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Tuesday, June 3, 2014

Decrim Q&A with Tim Beck, Co-founder of the Safer Michigan Coalition - by Chelsea Shaker

MMMR: Explain to our readers how it is you came about joining the fight for cannabis reform in Michigan, and how Safer Michigan Coalition began?

TB: I came to the cannabis reform movement in 2002, when I decided to cease being an activist in the Michigan Republican Party. I came to the conclusion my skills were best used on a single issue basis. At that time, there was no one in the Democrat or Republican Parties who took cannabis reform seriously in the State of Michigan. There were great people in the Libertarian and Green Parties who supported cannabis reform on a conceptual basis, but no one was willing to carry the flag in a serious, results oriented way.

    The Safer Michigan Coalition was founded in 2009 by Chuck Ream and I, because of an internal strategic dispute within Michigan NORML. At one time, Michigan NORML was the only effective cannabis reform organization in Michigan. The leadership of Michigan NORML in 2009 did not seem to know what direction to take and after seven months of indecision on the organizations part, Chuck Ream took the initiative to form another group and I readily assisted him. There is no disrespect to the current Michigan NORML leaders. They represent a vital constituency in the Michigan cannabis community.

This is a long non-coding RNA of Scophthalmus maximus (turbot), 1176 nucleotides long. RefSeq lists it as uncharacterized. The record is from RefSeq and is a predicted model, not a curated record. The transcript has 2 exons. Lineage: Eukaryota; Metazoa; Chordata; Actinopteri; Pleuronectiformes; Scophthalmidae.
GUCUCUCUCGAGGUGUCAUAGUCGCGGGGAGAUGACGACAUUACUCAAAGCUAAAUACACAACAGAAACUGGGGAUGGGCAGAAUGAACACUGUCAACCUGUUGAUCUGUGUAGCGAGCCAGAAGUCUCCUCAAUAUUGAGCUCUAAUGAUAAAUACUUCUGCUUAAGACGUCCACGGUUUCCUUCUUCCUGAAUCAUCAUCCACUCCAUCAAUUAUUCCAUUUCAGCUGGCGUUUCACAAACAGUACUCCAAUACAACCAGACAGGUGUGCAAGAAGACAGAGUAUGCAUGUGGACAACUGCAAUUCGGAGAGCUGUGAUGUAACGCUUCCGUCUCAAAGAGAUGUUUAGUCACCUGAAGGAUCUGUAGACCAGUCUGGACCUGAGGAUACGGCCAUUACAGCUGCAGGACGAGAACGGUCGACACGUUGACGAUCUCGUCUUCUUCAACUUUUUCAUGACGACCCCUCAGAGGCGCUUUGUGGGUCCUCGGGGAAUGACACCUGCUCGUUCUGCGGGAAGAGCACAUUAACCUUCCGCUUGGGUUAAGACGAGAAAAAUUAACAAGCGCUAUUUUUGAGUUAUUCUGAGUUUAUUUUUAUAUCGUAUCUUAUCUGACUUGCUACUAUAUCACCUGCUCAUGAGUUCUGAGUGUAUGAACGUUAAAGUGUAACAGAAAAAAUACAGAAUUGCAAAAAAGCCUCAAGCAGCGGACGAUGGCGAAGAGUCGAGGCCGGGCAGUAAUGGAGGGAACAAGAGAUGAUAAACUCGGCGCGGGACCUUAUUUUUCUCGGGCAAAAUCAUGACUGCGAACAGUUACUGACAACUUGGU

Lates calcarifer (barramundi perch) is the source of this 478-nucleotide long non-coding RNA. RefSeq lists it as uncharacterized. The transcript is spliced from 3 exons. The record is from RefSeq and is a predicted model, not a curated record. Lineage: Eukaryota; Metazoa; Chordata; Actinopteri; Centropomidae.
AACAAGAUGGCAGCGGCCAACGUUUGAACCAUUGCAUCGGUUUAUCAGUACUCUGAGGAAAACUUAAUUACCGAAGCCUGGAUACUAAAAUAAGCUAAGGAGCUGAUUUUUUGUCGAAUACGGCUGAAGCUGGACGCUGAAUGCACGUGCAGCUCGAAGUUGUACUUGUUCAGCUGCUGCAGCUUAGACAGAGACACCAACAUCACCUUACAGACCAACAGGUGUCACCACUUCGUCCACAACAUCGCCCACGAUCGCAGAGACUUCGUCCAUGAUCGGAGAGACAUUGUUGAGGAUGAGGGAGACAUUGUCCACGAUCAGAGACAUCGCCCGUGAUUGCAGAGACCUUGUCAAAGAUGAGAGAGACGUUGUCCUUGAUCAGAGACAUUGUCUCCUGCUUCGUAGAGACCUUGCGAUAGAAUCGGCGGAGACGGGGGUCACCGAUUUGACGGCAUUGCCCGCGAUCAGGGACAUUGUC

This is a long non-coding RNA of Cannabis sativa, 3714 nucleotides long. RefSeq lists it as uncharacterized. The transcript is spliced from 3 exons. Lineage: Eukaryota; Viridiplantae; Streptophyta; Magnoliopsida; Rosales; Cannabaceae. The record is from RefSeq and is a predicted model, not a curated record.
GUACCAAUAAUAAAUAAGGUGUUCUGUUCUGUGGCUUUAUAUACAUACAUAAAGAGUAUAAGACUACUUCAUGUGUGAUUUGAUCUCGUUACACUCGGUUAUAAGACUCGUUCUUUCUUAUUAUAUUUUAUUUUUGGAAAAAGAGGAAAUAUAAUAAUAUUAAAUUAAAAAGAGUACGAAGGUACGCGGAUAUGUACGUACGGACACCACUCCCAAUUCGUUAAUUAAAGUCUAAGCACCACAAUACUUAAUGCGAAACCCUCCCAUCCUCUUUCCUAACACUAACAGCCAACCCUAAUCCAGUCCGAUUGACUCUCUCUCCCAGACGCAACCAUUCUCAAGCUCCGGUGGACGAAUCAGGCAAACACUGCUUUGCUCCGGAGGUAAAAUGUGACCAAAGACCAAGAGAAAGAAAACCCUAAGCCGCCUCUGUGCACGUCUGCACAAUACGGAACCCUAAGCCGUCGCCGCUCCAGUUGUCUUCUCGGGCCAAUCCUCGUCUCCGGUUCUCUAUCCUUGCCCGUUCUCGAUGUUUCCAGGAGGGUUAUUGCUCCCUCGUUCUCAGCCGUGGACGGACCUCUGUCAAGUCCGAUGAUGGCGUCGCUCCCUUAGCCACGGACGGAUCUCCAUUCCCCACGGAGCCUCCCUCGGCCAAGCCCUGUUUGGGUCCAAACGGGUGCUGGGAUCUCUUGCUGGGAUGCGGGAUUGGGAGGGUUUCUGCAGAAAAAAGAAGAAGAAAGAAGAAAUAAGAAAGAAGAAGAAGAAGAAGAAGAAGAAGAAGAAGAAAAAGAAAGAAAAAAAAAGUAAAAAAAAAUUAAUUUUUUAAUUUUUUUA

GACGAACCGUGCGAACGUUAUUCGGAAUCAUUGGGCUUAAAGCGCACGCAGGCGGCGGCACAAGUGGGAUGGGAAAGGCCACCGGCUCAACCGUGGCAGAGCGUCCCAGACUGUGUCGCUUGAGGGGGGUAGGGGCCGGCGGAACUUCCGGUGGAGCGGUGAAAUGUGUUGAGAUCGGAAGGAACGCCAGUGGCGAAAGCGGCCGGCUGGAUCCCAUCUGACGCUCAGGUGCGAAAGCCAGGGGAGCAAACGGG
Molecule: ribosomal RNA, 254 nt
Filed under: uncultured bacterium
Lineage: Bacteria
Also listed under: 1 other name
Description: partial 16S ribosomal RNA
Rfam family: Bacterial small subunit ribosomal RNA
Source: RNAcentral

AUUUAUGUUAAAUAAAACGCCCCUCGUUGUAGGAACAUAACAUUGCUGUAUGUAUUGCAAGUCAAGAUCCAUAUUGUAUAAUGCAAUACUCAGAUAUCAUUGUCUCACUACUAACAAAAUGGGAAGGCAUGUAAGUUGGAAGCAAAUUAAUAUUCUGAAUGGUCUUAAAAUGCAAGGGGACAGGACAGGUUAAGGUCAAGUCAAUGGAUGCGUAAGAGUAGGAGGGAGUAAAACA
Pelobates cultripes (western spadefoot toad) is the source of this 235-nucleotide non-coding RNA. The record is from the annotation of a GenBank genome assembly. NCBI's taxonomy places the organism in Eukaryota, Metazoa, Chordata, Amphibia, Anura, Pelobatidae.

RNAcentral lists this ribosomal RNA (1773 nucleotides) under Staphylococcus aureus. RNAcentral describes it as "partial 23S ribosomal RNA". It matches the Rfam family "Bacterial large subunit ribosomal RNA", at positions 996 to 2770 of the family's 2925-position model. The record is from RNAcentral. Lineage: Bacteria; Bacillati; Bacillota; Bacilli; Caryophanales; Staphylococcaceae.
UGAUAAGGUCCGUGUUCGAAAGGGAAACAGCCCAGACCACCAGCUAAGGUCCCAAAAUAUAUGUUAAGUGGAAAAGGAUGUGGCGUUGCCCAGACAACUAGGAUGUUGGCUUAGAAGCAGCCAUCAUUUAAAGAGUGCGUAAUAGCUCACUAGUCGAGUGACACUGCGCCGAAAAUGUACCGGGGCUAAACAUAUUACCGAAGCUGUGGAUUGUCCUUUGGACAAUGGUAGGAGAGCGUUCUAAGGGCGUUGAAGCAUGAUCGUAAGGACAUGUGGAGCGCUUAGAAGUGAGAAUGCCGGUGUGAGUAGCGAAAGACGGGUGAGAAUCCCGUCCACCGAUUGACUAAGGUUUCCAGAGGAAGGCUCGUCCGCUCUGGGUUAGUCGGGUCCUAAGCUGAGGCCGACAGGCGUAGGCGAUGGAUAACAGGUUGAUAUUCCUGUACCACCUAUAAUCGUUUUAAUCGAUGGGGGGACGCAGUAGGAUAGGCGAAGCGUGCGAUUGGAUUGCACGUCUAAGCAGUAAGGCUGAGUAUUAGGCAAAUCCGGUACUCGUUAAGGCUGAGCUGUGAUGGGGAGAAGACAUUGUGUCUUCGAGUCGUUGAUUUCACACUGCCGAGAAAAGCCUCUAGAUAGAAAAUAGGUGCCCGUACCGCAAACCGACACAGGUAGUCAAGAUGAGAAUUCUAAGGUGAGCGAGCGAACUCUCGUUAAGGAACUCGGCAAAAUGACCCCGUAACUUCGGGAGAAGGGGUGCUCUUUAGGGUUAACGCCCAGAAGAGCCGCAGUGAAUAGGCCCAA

MMMR: What makes decriminalization for individual cities in Michigan so important?

TB:  Decriminalization is important because it is an effective, and viable strategy. The ultimate goal of Safer Michigan Coalition is legalization and regulation of cannabis similar to what is going on in Colorado. Politically speaking, however, we cannot get to that point in the next 12 months. Decriminalization is not a radical idea. It now exists in some form in 18 states. Cannabis users are much safer in those places, albeit it is still not a perfect situation. In Michigan, Ann Arbor is the best example of a decrim environment. Hopefully that model can be extended to the entire state in the very near future.